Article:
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Old Posted Jan 25, 2018, 11:37 PM
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Cirrus Cirrus is online now
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Join Date: Jul 2001
Location: Washington, DC
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Your friend is both right and wrong:

1. Light rail *is* substantially better than buses. BRT is absolutely not rail-like and absolutely should not be considered a peer of or permanent substitute for rail. Saying it's rail-like is a counterproductive shortcut that ends up justifiably turning off anyone who likes rail, which is most of the people who support transit in the first place.

2. But fiscal reality being fiscal reality, we cannot build rail everywhere we want to have a good transit line. Sorry.

3. The "good BRT is just as expensive so you may as well do rail" argument only holds water above a level of around 25,000 riders/day. Above that, it's sort of true sometimes, depending on circumstances. Below that, not really.

4. Seattle's RapidRide is not BRT. But it *is* just about the most efficient thing you can do in terms of increased ridership per dollar spent, and it's easy & fast to implement. Every city should absolutely mimic RapidRide on all its major bus lines, starting yesterday. The trick/subtlety to the RapidRide concept is that it's really just doing buses correctly, as opposed to a major investment in new rapid transit. Don't think of it as mutually exclusive with building rail or even with building BRT. Think of RapidRide as the pretty good improvement to existing buses that you can make right away, while you spend the next 20 years planning and funding your big new line (or the next 40, if you're dealing with a corridor that's several spots down your list of priorities).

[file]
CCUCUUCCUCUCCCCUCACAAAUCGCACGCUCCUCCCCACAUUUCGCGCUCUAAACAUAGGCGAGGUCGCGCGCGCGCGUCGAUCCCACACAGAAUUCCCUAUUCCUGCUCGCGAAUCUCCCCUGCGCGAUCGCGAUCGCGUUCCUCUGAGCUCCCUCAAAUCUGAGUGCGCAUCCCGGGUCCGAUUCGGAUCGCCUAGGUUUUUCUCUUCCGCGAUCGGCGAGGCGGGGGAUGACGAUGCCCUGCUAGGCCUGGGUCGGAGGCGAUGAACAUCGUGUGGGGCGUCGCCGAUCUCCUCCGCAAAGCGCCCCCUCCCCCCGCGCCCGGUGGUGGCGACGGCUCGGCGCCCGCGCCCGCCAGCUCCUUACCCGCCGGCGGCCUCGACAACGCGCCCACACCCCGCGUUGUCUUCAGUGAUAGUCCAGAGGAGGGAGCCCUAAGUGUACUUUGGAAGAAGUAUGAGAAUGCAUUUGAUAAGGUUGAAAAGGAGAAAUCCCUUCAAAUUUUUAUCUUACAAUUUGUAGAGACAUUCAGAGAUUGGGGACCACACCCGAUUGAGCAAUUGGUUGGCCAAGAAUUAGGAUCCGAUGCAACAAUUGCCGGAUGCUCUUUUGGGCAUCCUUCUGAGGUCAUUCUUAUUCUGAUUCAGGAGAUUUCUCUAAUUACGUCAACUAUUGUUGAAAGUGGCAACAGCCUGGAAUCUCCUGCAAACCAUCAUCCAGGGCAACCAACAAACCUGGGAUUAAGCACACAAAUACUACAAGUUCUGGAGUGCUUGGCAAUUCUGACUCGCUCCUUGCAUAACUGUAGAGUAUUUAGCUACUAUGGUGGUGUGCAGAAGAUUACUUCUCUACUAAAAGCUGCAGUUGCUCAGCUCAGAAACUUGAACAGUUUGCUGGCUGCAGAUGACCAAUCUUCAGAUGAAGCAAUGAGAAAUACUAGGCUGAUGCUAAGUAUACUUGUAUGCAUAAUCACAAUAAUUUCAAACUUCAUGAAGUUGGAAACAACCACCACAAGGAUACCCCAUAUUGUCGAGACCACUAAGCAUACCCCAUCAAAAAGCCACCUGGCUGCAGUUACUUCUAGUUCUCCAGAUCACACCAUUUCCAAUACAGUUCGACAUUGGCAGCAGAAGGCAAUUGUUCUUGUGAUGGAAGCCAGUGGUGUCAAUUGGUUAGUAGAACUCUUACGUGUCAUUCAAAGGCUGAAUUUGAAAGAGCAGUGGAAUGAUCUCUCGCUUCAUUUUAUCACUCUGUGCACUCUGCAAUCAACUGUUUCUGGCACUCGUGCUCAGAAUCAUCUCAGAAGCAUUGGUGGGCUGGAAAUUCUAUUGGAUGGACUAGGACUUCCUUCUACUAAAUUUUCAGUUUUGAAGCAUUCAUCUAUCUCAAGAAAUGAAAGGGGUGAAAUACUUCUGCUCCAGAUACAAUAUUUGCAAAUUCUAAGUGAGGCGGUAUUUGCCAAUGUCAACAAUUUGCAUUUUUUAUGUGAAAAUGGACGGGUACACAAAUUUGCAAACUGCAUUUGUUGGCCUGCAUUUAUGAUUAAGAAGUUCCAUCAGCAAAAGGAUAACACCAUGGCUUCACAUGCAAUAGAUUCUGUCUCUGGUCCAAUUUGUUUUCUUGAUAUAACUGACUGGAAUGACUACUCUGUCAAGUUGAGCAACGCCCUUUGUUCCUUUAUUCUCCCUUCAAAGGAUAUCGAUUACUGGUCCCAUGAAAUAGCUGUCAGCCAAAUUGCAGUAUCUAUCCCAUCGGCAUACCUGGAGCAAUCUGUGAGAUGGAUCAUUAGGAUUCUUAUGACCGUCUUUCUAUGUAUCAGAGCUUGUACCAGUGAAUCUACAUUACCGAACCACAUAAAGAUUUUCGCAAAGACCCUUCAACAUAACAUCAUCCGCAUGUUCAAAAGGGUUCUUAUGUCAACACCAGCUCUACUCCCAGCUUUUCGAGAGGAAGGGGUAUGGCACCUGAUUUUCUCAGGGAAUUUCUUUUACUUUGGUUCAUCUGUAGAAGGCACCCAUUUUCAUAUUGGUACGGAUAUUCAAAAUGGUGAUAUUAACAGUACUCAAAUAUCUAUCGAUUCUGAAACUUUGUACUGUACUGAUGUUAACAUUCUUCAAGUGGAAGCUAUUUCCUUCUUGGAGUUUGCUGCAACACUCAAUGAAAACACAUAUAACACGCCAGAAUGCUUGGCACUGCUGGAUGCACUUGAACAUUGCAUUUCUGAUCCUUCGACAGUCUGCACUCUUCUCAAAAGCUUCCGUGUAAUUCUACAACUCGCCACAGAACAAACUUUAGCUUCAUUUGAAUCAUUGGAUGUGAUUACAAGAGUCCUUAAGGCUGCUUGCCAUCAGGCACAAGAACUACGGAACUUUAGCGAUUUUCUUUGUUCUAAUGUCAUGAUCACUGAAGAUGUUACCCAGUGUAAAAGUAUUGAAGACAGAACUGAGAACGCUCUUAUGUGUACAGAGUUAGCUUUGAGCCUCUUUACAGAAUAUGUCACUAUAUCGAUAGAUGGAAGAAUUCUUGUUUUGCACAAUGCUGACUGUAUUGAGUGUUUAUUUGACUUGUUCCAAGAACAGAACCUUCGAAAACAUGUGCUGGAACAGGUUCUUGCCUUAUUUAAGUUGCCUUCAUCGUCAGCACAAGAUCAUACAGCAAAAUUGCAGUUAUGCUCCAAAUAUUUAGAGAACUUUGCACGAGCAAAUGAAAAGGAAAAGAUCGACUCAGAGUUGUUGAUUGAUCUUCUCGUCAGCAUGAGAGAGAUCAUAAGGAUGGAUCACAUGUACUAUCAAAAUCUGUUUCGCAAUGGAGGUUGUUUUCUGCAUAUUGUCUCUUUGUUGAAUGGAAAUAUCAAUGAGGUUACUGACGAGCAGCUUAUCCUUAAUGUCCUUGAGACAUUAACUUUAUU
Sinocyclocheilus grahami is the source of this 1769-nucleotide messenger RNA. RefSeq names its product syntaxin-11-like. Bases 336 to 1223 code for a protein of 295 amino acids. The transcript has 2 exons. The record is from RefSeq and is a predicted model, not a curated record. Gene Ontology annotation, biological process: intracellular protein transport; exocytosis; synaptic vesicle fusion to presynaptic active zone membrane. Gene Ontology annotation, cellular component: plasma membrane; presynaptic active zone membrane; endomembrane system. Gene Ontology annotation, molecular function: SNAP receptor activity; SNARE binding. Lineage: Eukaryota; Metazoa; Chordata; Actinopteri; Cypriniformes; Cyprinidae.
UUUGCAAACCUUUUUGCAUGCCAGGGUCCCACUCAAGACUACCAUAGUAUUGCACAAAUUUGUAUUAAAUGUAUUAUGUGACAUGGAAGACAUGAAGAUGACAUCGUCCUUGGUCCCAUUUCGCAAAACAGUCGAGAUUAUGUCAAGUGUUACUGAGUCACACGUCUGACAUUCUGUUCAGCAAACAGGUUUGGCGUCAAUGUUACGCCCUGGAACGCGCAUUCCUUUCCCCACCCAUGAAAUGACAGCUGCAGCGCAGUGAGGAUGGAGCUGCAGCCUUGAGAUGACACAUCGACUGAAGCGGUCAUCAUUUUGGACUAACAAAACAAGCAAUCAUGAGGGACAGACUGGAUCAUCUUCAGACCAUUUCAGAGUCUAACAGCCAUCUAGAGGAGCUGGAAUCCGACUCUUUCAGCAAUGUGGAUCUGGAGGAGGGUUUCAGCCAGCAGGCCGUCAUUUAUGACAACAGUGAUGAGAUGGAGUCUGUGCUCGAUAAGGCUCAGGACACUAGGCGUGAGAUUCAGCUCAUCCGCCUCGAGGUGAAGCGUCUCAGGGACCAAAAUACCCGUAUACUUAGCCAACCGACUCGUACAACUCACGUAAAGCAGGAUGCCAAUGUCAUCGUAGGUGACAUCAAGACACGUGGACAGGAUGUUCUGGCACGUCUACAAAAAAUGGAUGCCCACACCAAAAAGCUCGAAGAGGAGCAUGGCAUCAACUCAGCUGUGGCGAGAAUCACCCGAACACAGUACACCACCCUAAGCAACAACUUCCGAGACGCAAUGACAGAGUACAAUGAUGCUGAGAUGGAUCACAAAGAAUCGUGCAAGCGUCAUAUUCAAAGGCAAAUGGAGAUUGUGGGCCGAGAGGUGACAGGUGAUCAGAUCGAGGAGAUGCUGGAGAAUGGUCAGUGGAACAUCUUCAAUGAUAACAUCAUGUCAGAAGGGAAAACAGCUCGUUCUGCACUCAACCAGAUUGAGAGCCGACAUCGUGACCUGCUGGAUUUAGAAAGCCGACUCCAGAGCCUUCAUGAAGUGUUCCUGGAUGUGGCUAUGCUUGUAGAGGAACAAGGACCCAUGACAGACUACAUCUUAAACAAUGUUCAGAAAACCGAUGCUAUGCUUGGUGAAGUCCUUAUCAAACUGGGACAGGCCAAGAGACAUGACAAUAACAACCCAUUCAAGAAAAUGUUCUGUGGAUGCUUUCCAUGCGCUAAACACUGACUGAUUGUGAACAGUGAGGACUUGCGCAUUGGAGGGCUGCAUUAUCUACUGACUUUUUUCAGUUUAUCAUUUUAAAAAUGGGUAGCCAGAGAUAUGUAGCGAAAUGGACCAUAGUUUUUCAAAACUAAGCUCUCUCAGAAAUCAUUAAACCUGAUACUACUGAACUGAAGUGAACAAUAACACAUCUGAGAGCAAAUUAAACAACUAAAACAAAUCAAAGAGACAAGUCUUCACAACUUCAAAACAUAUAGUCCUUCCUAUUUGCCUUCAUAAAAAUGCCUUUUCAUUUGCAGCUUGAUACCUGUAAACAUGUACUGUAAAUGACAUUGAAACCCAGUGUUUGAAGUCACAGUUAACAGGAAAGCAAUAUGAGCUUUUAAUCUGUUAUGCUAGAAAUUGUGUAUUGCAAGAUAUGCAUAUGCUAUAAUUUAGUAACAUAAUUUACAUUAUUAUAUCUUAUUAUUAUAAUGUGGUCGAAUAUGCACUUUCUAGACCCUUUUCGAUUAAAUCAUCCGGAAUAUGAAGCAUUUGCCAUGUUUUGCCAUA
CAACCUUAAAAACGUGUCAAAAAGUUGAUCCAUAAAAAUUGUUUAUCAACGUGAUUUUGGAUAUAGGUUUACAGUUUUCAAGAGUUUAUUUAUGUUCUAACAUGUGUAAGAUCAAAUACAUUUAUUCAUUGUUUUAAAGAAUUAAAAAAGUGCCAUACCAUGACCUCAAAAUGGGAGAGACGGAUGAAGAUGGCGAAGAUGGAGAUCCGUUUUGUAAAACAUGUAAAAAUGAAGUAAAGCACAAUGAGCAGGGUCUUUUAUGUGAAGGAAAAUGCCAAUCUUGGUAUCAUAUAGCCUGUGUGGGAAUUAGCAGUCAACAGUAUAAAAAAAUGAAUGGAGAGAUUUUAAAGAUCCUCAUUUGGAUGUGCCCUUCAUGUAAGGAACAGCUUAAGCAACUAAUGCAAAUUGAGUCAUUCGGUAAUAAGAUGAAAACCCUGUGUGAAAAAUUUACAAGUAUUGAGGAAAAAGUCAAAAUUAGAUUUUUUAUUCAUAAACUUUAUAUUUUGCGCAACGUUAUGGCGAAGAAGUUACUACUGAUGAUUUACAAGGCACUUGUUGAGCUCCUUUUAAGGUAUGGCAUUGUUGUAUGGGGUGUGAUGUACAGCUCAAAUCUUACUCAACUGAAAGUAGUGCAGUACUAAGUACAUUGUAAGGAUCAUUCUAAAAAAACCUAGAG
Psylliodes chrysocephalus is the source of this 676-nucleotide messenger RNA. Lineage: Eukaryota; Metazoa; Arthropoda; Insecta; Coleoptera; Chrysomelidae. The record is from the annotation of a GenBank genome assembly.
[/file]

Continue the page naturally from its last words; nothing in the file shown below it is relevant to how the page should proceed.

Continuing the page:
But you're both asking the wrong question:

The problem with staking out a hard-line position in any "rail vs bus" debate is that a hard-line position presupposes that transit quality is a simple black/white duality consisting of either "good trains" or "bad buses" (or vice versa), and you're stuck with bad buses up until the day your open your train. But the reality is that transit quality is a continuum with a lot of gray in-between the black and the white, and there are many many places where it makes sense to spend the money to be somewhere in the middle of the continuum, rather than all the way at one side or the other.

Everyone instinctively understands that. Because even light rail is just a spot on the continuum, far below the theoretical maglev subways that occupy the extreme high-end of the quality spectrum. And even the most hard-liner rail advocate knows that it's completely impractical to replace *every* bus route with rail. Put in those terms, nobody can argue with the continuum. Unless they're trolls who just want to argue.

So stop making it about BRT vs rail and start making it about finding the spot on the continuum that makes the most sense given the specific technical, political, monetary, and temporal facts for each individual corridor you're dealing with.
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